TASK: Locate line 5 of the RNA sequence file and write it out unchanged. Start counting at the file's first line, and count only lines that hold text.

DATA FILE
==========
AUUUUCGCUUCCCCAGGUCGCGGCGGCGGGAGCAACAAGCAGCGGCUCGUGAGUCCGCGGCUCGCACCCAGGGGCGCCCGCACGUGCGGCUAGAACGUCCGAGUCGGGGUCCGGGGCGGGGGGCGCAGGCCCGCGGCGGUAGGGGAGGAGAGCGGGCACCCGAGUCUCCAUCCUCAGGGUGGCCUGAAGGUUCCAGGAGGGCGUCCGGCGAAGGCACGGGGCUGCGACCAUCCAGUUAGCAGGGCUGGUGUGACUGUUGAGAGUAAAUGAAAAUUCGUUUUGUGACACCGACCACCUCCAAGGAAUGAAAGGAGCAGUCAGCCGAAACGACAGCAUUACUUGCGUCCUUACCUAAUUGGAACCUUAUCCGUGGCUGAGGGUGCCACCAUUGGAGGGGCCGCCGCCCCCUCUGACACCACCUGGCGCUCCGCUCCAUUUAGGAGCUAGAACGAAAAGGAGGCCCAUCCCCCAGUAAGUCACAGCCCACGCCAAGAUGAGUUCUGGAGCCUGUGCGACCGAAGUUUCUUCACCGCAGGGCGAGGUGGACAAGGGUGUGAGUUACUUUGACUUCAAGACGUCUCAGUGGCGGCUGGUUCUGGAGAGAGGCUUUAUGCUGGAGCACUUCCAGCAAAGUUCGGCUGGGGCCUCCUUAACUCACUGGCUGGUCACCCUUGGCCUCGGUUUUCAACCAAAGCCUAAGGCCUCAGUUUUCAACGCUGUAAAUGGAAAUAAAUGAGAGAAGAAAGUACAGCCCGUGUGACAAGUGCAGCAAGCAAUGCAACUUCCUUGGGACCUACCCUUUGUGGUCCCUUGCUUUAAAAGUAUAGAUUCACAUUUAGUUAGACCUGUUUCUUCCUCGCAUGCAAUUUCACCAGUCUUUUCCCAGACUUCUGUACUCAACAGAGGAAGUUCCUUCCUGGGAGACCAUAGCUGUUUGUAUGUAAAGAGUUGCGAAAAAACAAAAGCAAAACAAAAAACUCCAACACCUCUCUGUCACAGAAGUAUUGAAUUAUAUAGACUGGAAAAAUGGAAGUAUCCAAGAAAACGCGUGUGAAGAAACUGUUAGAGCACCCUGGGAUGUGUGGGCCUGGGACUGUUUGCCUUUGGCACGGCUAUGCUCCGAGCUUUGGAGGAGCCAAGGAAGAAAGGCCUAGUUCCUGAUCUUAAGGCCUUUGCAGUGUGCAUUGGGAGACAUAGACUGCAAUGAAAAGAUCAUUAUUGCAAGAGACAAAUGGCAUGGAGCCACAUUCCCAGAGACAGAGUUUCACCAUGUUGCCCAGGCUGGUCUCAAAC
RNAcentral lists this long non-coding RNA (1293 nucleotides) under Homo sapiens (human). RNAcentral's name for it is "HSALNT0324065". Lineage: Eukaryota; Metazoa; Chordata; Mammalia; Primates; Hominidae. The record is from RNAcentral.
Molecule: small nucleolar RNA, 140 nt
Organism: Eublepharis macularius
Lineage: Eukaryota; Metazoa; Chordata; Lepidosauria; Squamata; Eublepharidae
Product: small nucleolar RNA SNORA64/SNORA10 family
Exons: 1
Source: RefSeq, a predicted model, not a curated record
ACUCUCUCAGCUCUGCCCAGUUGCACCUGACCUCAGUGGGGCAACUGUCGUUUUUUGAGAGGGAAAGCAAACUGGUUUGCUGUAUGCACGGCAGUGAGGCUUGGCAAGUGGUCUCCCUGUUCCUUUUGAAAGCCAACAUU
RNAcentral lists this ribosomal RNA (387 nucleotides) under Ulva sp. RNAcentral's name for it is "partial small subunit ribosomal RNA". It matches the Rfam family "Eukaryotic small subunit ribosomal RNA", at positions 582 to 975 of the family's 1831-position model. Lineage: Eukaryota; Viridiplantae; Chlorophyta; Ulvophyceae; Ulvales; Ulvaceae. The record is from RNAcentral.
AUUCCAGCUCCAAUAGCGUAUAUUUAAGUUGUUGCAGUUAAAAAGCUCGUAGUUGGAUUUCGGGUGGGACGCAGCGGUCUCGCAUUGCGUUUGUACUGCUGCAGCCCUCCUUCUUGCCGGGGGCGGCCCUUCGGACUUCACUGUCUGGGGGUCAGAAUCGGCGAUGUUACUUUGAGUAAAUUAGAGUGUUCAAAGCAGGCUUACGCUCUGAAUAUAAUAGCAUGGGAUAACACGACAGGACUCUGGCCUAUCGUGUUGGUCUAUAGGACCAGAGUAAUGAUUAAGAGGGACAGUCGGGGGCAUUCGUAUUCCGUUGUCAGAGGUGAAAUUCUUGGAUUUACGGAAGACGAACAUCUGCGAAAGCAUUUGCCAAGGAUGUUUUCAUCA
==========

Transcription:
Lineage: Eukaryota; Metazoa; Chordata; Lepidosauria; Squamata; Eublepharidae